Monday, February 16, 2009

The Reader

How can a movie based in post-Holocaust Germany possibly be enjoyable?
Well, The Reader is not a lot of fun to watch, but it is thought-provoking and moderately touching at points.
The crux of the story is a love affair between a teenage boy and a grown woman. Michael (David Kross as the younger, Ralph Fiennes when he is grown up) meets Hanna (Kate Winslet in her multiple-award winning role) when she helps him as he falls ill in front of her apartment.
This chance meeting is followed by a couple of awkward encounters brought by him trying to thank her for her kindness. Hanna is a domineering woman who gruffly accepts his thanks and then aggressively seduces the boy. Not that seducing a 15-year-old boy is all that tough.
The affair lasts a summer as he neglects his friends and family for a woman who is mistaken by a stranger to be his mother. Hanna makes Michael read to her each time they meet up as a part of the intimacy that grows to seem more important to her than the physical side.
She abruptly disappears from his life and he begrudgingly returns to the life of a teenager.
A few years later he is a law student who happens to be witnessing a trial of five women being accused of atrocities that occurred during WWII. One of the women is his former flame, Hanna.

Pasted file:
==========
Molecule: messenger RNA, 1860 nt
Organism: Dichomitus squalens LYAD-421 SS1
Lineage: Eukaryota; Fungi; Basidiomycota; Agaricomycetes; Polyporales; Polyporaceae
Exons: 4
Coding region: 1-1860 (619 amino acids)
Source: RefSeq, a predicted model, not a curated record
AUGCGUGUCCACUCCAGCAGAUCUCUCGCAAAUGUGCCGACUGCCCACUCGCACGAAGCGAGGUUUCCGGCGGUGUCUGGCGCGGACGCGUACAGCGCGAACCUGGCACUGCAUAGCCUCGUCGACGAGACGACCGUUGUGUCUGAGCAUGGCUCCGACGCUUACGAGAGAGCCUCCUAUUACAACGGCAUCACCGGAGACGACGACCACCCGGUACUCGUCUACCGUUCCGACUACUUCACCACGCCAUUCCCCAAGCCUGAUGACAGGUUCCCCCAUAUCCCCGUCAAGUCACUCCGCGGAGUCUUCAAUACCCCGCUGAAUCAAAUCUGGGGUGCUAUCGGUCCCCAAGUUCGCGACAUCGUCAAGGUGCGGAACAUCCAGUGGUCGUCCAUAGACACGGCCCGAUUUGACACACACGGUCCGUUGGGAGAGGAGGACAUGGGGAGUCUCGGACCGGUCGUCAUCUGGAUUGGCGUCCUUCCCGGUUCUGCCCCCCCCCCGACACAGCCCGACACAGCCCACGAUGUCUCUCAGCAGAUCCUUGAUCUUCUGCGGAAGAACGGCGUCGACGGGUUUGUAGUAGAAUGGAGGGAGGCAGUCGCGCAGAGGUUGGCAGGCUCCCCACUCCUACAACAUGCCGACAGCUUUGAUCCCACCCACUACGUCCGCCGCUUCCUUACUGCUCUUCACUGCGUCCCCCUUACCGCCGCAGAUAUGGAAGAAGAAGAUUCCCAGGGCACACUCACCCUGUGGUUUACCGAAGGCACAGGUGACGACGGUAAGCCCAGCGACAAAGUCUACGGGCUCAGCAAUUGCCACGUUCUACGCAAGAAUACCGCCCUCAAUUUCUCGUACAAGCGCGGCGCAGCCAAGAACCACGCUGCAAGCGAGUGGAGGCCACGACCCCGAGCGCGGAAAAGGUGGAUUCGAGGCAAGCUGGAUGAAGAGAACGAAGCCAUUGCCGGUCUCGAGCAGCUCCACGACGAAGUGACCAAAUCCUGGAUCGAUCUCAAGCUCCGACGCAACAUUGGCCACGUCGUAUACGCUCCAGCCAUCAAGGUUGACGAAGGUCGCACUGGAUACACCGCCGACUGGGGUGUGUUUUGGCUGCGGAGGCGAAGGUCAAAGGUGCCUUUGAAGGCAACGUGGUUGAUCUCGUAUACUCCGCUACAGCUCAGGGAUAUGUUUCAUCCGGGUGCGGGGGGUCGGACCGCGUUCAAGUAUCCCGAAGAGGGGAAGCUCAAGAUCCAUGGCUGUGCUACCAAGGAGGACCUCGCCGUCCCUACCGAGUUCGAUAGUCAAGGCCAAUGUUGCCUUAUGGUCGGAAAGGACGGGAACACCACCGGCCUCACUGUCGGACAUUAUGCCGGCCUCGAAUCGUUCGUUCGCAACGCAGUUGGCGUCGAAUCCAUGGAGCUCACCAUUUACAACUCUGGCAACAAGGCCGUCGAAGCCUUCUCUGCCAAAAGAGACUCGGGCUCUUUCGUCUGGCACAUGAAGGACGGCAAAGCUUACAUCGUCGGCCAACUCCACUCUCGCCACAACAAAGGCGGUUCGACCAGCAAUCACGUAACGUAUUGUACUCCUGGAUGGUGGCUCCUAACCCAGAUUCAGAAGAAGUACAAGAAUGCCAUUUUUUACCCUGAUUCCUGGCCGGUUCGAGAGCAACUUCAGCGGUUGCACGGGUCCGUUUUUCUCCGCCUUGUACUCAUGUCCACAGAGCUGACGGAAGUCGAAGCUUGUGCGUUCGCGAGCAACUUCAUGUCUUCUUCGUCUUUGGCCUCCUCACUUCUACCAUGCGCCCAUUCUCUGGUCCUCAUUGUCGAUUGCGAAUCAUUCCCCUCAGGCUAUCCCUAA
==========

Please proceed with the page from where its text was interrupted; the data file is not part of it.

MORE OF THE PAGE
While the subject matter of anything surrounding the Holocaust is always treated with a certain gravitas, The Reader takes itself even more seriously than it probably should.
This story framed by any other crime would probably not get the attention from critics that this film is getting.
That is the tough part of making a movie from a subject matter that holds this harsh of a place in human history, finding a story within the epic framework that can hold the dramatic weight it needs to not be overshadowed completely by the historical facts.
The dramatic climax is a bit of a letdown as the buildup feels like it is heading towards something more intense.
The performances are all solid, but again, probably would not be getting the attention if not for the framework of the Holocaust behind it.
The Reader delivers enough to maintain the audience's interest, but falls short of being the epic Holocaust drama that it's makers clearly envisioned it to be. They get a B- for the effort.
--John Berry, online editor--

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